Communication technology became a more important resource for older adults’ social connection during the pandemic. A 2021 study suggests that the technology approach of participatory digital co-design can improve older adults’ well-being.18 Co-design is when the end-user (in this case, older adults) experience and expertise with technology is considered when designing technologybased interventions and other technologies.

Factors such as reduced eyesight, hearing impairment, and mobility issues all might impede technology use for older adults. These factors should be considered and accounted for so that the older adult population is accommodated.

Digital peer support, when people are available to assist with technology problems, can also play a critical role in expanding access to communication technology.

COVID-19 lockdowns posed serious barriers to physical activity for older adults because in many cases those activities are carried out in public spaces, such as a gym, or in social atmospheres, such as with friends.19 Older adults who rely on community programs or reside in senior living facilities were heavily affected by reduced physical activity during lockdowns. Volunteering is an important opportunity for social engagement. Older adults volunteer at a higher rate than the general population, but these opportunities were reduced during the COVID-19 pandemic. According to the CASOA survey, the share of older adults in Central Indiana reporting opportunities to volunteer fell from 80 percent in 2017 to 59 percent in 2021. Paradoxically, within the same group, a greater proportion of older adults reported volunteering their time, rising from 36 percent to 50 percent.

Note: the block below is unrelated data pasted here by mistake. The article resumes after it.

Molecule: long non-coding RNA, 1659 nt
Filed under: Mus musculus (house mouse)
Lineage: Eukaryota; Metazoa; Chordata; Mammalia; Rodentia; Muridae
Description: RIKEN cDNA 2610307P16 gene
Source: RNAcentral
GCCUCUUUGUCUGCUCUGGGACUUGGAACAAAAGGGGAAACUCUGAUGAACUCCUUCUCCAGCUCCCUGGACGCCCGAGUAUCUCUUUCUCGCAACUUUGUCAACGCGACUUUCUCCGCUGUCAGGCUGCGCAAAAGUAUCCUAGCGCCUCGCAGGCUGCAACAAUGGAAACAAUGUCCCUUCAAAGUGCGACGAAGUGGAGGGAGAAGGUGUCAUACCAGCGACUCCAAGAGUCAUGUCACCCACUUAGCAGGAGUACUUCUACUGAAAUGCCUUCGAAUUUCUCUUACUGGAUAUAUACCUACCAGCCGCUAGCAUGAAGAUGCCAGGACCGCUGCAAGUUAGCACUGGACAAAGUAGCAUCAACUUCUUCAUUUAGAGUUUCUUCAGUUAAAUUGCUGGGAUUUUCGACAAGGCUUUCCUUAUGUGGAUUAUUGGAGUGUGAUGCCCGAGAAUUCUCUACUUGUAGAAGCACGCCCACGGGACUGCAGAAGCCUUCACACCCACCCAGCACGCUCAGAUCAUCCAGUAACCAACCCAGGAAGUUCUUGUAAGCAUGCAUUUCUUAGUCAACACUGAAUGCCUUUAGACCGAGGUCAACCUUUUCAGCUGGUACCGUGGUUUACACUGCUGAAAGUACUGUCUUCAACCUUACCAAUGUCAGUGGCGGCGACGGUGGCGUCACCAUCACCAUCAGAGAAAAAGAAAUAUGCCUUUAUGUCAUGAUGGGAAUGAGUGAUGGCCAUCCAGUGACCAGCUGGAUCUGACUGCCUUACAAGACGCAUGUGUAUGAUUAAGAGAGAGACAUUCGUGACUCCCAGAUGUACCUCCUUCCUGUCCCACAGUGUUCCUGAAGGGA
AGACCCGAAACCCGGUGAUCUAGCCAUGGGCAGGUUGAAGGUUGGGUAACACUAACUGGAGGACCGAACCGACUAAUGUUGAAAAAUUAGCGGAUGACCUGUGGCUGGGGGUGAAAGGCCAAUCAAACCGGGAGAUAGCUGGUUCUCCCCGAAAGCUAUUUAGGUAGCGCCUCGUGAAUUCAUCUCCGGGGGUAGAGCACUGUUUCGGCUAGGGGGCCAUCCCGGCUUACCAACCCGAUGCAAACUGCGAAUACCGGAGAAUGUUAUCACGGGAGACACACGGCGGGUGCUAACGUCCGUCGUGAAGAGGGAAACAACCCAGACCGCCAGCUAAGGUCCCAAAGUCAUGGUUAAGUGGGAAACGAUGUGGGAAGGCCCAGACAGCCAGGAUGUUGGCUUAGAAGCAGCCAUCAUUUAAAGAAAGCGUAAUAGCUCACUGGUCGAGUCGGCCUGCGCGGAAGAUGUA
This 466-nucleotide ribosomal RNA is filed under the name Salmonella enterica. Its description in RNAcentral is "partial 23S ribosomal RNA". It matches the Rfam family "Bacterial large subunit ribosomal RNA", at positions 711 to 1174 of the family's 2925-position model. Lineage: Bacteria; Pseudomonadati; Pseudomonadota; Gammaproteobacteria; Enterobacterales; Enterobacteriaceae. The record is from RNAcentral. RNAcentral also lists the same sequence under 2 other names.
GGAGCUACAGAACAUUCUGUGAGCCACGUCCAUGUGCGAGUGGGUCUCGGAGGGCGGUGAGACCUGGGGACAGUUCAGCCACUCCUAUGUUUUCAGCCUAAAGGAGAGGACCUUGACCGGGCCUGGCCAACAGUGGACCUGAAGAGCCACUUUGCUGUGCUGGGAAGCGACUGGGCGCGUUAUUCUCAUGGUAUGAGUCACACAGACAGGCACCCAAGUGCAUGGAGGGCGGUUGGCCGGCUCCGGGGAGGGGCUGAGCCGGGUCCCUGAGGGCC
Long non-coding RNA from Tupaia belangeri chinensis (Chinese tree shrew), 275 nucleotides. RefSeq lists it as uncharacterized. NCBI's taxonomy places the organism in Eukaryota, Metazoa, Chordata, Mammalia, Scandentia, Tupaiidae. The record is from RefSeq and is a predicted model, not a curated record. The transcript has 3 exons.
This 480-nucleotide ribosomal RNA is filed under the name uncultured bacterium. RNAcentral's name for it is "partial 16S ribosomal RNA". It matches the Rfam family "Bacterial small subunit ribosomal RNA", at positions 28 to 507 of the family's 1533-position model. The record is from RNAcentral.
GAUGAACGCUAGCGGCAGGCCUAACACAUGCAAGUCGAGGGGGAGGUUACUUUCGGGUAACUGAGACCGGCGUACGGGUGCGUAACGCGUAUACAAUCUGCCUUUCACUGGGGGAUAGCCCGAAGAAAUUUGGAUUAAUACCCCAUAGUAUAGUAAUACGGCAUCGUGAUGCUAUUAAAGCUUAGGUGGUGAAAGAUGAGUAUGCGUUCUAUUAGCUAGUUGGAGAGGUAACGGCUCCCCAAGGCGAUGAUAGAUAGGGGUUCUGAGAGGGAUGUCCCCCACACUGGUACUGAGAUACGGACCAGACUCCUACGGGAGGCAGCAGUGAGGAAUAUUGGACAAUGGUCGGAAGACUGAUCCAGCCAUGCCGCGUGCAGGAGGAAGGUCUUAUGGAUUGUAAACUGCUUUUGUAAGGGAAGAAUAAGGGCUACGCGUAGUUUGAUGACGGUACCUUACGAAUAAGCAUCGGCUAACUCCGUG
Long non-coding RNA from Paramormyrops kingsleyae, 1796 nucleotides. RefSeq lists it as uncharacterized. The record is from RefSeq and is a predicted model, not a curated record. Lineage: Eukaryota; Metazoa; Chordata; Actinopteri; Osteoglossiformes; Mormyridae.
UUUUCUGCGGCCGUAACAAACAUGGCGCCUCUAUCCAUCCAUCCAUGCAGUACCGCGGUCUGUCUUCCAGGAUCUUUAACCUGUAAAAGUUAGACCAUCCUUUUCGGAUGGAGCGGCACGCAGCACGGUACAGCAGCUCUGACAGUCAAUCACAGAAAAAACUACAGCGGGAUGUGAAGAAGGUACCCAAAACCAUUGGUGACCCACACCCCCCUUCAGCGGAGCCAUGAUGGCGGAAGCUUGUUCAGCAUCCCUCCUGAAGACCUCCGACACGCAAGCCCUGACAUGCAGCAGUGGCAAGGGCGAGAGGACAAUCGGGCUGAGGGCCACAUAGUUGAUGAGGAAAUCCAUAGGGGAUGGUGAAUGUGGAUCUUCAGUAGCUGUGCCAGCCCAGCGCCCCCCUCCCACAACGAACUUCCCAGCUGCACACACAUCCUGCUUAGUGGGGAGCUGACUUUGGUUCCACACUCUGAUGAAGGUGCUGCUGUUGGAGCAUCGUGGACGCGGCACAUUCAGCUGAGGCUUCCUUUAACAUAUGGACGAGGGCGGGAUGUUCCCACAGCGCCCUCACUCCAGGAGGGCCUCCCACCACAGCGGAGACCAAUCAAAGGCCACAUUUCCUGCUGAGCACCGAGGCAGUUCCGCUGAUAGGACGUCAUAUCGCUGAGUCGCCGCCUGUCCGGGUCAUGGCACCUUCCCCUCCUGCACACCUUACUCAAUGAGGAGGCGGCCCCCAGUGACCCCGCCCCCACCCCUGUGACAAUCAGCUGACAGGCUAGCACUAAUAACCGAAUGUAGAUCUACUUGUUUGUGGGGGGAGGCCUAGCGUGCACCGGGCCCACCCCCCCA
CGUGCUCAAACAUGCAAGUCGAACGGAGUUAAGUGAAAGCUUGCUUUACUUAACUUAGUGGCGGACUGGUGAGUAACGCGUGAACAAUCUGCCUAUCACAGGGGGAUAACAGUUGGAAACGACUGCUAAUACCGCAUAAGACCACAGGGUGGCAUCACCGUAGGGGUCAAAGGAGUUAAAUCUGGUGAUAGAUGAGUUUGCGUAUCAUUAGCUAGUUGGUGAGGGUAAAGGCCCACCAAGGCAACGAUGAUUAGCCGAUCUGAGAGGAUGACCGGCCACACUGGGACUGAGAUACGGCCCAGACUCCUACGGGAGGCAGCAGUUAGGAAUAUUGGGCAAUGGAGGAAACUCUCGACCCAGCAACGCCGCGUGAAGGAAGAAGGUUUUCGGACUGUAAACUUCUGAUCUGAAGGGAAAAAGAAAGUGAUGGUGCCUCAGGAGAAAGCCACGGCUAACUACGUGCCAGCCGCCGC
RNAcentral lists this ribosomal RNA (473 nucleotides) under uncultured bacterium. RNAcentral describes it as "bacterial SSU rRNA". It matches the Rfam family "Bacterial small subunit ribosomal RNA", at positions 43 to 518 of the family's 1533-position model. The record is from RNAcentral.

Social Isolation

Socially isolated seniors are at heightened risk for poor health if they lack access to help when needed, from transportation for medical care to basic needs like food. In Eric Klinenberg’s study of heat-related deaths caused by the 1995 heatwave in Chicago, he found that the majority of deaths were older adults, and the majority of those experienced social isolation.20 While there is no standard aggregate measure available for social isolation, America’s Health Rankings created a measure of social isolation for older adults from survey data from the U.S. Census Bureau, combining measures of disability, marital status, living alone, and poverty.21 This approach was replicated for this report, with separate maps (shown on page 8.8) created for Marion County versus the surrounding counties, because demographically, these variables are significantly different between rural and urban areas.

Below are reports about a few populations at special risk of social isolation. These are grandparents taking care of grandchildren, LGBTQ individuals, and non-English speaking households.